The heroine Tatli is stolen from her tribe and enslaved by Sultan Murad. She resists him, but only fuels his desire.
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The sultan's favorite slave is also his least receptive. After returning home from war he intends to take her, but she has an unexpected visitor instead.
Tatli ~ A captured desert princess. She is a concubine in the sultan's harem. Despite her repeated attempts to escape, the sultan still favors her.
Sultan Murad ~ Based on the historical figure of the Ottoman Empire. Murad was a vile sultan who murdered his brothers to assume power.
Kasigo ~ The African eunuch assigned to protect Tatli, and to make sure she doesn't escape.
Muhteşem ~ A young concubine the sultan uses to rile Tatli. It is said she was born and raised just for the sultan.
The Assassin ~ When Tatli is at her most vulnerable, an assassin obtains entrance into the chamber. He has plans for the sultan, but turns his plans on her instead.
Kapaneus ~ The Grand Vazier and Murad's chief European eunuch. He controls many of the affairs of the palace.
The zenana swirls with incense and perfume. It’s a strange concoction of imported and local scents, reflecting the various tastes of the women who reside here. Oud wood from the south, bergamot from the Balkan Peninsula, sugarbush and myrrh from Africa, and bakhoor, the locals’ favorite.
The women are preparing themselves in anticipation of the sultan. The excitement is tangible. Despite the colored light cast by spacious windows, eloquent decorations, and painted ceilings, a cloud of gloom settles on me. For almost ten years I’ve lived in the western wing of Topkapı Palace, never permitted to leave the grounds. Though they don’t call me one, I am a slave.
Over the years I’ve come to believe that everyone at the palace is a slave. Since Murad assumed power of the empire, the traditional advisors and servants have been replaced by captured peoples from distant lands. Eunuchs guard the palace, traded or captured from the west or from Africa. They are fierce warriors, but the sultan only trusts them because they have no allegiances to family or homeland. Most of the women arrived here the same. Captured by pirates as they crossed the Mediterranean, given as gifts to the royal family, or taken as slaves after the Turkish army conquered their people. The few local women in the harem are seclusive and bitter, veiled by their burqas and rarely leaving their quarters. Though the sultan does visit them, he has taken none as his wife, as tradition dictates he should have done long ago.
The sultan calls me Tatli, but my domen name was Ochranca, meaning guardian. My father was bey of the nomadic Kara Domen, until Sultan Murad destroyed my village and took me prisoner.
A musician begins to play on a deep based dutar, each vibrating string reawakening emotions and memories I’ve tried long to bury. The pain of that night returns as I stare across the open room of the zenana.
We were camped in the wind-rippled dunes of the Kara Kum desert. As the sun set over the Elburt Mountains, I walked into the desert. The sounds of the village musicians softened as I climbed a steep hill. Soft sand shifted beneath my bare feet.
Moonlight and shadows made the desert appear like a bride’s flowing gown. The wind joined with the joyful music, making the night seem alive. Alone, I danced atop the dune, fingering the jewelry that was presented to me the night before during my woman’s coming of age ceremony. But there was still one more gift I was waiting to receive.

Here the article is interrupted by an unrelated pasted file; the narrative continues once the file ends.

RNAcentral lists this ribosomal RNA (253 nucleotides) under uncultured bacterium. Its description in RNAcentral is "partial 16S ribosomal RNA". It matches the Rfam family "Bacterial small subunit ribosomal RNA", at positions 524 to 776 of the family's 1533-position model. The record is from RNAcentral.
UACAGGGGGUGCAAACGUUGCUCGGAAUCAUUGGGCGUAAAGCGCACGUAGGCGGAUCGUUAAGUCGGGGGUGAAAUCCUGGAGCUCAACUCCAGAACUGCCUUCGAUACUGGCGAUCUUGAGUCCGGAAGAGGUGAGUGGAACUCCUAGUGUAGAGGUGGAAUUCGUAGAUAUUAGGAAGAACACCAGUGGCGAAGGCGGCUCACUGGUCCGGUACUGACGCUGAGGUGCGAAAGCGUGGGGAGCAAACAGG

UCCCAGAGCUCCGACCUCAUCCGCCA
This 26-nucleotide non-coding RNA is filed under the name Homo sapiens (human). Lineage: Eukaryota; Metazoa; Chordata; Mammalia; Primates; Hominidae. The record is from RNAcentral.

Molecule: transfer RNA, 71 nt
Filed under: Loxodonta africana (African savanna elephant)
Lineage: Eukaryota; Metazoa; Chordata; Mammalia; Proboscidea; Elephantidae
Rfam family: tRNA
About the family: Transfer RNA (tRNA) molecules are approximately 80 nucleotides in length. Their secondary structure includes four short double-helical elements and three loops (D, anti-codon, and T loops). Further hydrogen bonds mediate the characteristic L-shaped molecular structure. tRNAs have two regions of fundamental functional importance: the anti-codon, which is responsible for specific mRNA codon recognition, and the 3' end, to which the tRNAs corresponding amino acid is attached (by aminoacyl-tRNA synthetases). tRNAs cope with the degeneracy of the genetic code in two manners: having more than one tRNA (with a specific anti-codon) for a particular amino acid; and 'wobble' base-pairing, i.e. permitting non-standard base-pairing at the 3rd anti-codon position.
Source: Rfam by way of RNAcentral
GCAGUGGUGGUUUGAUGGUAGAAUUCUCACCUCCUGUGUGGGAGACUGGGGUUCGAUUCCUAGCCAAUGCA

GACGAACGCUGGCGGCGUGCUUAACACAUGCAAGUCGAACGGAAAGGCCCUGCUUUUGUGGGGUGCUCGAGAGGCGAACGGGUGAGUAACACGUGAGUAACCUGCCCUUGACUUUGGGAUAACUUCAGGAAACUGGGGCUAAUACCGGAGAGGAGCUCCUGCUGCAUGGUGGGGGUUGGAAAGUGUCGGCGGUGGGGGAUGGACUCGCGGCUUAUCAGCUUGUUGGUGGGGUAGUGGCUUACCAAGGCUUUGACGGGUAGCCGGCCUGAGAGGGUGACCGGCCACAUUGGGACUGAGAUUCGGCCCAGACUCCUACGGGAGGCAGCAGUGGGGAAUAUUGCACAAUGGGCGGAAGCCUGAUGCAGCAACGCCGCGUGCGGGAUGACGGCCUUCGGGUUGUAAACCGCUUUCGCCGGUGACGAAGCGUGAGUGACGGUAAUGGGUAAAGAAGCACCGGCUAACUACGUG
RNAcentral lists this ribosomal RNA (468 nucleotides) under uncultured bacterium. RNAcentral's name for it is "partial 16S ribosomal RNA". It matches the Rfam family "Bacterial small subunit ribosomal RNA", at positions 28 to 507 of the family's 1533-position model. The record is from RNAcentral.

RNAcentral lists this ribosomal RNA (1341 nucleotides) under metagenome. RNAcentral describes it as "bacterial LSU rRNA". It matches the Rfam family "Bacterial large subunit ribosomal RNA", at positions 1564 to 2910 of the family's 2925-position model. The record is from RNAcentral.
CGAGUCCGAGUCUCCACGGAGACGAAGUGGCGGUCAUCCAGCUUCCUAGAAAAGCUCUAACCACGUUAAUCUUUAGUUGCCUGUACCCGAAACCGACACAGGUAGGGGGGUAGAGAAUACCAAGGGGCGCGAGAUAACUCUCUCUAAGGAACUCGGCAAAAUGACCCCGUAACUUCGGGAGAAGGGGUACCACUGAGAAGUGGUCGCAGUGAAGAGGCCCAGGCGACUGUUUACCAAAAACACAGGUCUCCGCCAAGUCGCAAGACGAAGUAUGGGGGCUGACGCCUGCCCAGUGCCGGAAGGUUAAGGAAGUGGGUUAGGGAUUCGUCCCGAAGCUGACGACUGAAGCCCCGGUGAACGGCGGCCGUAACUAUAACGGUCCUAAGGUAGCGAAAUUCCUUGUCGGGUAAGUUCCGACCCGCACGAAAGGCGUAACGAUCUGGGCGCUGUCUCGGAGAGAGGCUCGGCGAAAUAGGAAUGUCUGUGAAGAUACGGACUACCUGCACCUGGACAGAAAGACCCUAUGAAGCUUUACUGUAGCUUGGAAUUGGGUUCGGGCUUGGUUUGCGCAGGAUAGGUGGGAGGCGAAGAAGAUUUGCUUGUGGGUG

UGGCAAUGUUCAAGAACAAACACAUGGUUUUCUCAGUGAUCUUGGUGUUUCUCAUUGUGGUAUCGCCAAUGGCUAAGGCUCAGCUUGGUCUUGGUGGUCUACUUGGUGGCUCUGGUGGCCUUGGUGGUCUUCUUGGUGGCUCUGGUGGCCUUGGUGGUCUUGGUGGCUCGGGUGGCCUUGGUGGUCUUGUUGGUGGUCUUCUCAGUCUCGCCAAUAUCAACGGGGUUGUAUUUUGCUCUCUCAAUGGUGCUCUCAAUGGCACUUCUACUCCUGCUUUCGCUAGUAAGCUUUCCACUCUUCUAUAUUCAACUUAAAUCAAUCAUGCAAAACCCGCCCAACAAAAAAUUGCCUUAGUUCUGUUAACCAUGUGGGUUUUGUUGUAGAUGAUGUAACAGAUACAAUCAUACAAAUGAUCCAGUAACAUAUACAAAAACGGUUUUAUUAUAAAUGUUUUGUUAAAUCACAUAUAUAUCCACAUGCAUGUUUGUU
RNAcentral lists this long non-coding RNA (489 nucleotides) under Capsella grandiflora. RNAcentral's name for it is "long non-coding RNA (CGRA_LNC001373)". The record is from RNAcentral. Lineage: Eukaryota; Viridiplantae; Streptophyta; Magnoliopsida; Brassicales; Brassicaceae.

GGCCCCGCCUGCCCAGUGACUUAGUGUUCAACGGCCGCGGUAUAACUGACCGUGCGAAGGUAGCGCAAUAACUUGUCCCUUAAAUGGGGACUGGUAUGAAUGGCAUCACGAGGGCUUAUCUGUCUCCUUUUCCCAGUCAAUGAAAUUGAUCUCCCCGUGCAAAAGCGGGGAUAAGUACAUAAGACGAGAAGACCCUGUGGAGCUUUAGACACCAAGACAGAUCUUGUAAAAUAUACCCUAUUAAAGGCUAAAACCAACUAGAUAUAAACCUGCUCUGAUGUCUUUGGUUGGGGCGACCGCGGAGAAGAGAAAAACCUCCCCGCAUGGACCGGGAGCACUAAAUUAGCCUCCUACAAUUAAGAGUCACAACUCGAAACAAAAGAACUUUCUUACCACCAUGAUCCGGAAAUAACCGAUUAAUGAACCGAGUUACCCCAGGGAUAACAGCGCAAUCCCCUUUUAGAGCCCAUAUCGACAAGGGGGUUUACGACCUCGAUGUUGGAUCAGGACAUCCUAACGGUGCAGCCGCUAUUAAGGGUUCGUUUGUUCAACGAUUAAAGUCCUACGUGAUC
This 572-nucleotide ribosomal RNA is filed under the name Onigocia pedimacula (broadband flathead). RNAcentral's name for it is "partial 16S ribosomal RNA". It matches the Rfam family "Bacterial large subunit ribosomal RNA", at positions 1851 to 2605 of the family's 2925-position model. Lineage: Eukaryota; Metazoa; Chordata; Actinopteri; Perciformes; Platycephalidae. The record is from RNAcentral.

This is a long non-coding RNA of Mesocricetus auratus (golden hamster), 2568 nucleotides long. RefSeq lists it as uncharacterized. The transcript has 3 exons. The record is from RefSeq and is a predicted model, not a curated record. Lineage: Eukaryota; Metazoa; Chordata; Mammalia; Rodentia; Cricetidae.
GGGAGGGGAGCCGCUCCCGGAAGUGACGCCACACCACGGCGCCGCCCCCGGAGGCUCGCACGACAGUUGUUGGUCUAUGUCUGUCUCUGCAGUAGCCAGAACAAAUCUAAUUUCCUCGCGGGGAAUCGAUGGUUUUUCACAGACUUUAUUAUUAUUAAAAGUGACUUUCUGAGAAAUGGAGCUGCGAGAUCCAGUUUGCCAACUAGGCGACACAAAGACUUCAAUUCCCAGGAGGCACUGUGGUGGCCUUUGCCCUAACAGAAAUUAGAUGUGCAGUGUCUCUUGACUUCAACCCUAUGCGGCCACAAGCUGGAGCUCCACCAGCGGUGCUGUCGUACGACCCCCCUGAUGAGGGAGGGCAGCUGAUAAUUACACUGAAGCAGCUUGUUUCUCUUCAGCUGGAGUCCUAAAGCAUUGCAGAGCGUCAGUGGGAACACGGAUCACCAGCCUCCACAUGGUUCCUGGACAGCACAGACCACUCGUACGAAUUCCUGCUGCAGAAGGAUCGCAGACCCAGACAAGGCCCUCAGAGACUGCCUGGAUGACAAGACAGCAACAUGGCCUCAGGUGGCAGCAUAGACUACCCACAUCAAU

I spun, kicked the sand and made silver crystals rain into the darkness. The music heightened, as if they played just for me.
Someone comes up and grabs me from behind. I’m not frightened, besides a brief gasp of surprise. I recognize his gentle, yet firm grip on my arms.
“You missed the ceremony.”
His breath is on my neck, followed by his soft, curly beard.
“I would have loved to see you dressed in our finest muslin.” Chills rushed down my arms from his baritone voice so close to my skin.
He wrapped his arms around me, lifting something wrapped in dark cloth into my view.
“For my desert flower.”
I opened the fabric, glad he was behind me so he couldn’t see me blushing.
Large, pink petals sparkled under the light of the full moon. I opened the petals to reveal yellow trimmed with deep red. It’s a desert hyacinth, though I’ve never seen one so beautiful.
Inside the glistening white piston, something flashed silver. I push the petals aside to reveal a slender silver ring around the white piston.
I turn to see his eyes, dark and cool like still oasis water at midnight.
The joy of the memory turns sour, the vision in my mind turns black. Any comfort I would have in that moment was stolen from me.
I cover my ears to the music, trying to make me remember the rest of that painful night. Nauseated and dizzy from the concocame of smells and sounds, I stand. I have to leave this place before it drives me mad, once and for all.
As will most of my books, I find inspiration from paintings and images online. These all are related to the Imperial Harem, the Ottoman Empire, Harem Slave Trade, and life in the Harem.
Topkapi Palace is the cite of the famous "Imperial Harem" of the Ottoman Empire.
The "dutar" is a two stringed instrument popular in Turkey.
Eunuchs were servants to the sultan. Some had their genitalia partially or completely amputated.
The "baglama" is another stringed instrument popular in Turkey.
As Islam forbade the use of Muslims as slaves, Circassians, Syrians and Nubians were the most commonly used.
The Turkish bath was called a hamam.
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